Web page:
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Easyrider1986 wrote:how would pure corn meal and water hold up to making it from corn ?
rad14701 wrote:Easyrider1986 wrote:how would pure corn meal and water hold up to making it from corn ?
Cornmeal is merely coarsely ground corn flour, so it's made of 100% dried corn...
Dnderhead wrote:if your talking about "moon shine" then yes sugar can be used.
if your talking about making "whiskey" then no.
Dnderhead wrote:some relied on converting while fermenting ,others sour mashing.(or both)
"Sour mashing causes conversion of starches?"
yes if done correctly.but then whats the diferance if all is made from sugar/ water and flavoring ?
Dnderhead wrote:"Sour mashing causes conversion of starches?"
yes if done correctly.
Dnderhead wrote:but then whats the diferance if all is made from sugar/ water and flavoring ?
Dnderhead wrote:you got to realize if you lived on a farm you mite go to a store two times a year.
in the spring you mite have cheese, butter or whatever you made the last winter.
then you went in the fall to sale your crops,maybe some livestock. and return with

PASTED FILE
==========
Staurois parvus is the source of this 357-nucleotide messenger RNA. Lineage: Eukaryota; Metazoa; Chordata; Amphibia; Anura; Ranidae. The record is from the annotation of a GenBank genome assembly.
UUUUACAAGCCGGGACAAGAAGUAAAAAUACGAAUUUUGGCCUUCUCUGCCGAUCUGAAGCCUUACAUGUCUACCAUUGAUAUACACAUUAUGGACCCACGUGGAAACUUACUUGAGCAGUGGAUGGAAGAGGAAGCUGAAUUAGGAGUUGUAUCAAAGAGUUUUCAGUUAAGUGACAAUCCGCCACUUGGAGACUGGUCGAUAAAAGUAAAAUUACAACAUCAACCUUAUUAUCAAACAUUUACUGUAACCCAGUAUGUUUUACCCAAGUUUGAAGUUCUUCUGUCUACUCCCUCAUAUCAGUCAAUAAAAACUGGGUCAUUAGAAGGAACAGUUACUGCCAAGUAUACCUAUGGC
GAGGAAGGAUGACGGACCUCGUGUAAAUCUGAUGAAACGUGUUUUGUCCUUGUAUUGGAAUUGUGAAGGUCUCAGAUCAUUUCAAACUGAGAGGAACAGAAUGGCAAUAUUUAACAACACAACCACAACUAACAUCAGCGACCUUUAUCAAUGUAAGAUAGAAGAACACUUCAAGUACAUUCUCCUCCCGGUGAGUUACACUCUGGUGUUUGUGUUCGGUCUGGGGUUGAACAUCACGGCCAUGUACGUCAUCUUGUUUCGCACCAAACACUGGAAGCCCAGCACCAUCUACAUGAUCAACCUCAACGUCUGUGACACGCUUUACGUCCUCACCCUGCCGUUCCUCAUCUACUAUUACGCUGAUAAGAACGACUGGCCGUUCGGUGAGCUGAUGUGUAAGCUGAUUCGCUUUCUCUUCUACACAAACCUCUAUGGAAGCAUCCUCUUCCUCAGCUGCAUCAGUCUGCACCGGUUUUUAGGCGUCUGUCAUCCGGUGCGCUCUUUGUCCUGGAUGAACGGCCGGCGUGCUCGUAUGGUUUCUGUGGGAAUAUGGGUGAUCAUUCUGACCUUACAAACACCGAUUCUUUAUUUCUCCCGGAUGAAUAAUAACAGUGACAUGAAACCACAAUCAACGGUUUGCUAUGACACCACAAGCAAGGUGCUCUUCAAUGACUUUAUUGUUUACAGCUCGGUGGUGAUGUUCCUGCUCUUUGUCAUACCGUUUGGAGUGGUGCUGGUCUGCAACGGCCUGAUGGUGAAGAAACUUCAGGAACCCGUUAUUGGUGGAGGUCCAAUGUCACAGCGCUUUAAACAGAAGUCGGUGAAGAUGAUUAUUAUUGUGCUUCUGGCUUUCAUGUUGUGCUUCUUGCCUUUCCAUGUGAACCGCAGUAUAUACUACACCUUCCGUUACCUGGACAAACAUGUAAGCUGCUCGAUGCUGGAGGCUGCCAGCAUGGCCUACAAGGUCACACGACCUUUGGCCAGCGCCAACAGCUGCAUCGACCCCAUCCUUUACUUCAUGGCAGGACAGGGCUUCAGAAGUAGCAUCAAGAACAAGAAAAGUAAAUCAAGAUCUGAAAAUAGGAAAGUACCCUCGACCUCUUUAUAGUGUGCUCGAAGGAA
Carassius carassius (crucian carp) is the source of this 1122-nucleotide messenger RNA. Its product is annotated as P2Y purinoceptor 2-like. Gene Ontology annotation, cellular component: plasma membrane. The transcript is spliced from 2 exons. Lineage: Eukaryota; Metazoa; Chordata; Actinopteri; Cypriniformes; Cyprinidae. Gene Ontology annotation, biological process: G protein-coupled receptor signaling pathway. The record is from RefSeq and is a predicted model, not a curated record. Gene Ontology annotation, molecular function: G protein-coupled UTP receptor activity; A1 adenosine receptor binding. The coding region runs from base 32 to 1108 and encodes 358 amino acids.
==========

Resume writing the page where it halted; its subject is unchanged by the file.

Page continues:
goods you could not make.I can remember my parents walking about 30 mile one way.
now how much you going to pack back? or how many trips you going to make? do you thank you are going to pack in several hundred pounds of sugar? most sugar head was made around cities,much like drugs are made now,in some abandoned house,some ones cellar,much of witch was made by the "mafia" or at least that is who it was blamed on.it was made cheep to sale to alcoholics and there was a lot of them,no cuts just as long as it containd alcohol..
hellbilly007 wrote:Old school moonshine is pretty much what you can buy over the counter in liquor stores nowadays, rotgut.
Disclaimer: I was not saying all legal moonshine is rotgut. I was referring to Ole Smokey and along those lines of standards (or lack thereof)
What my family made back in the day was sold locally. Grand pa and dad sold same thing they drank.. Usually whatever fellas that contracted making it wanted (country stores or roadhouse) .when making it for himself to sell it was corn ,sugarhead corn or what was in season.For personal heard them talk favorably on peach shine aged on charred peaches.i like peach that way also.Bama1981 wrote:Old style Appalachian likker wasn't about quantity. It was about quality. True , use of sugar became the norm during prohibition and later, but the likker makers sold the sugar stuff and kept the traditional no sugar whiskey for personal consumption...Likewise I have likker I share and likker I do not share...If I use sugar in my mash I'll drink it with you. If my mash is made without sugar you will never see it.
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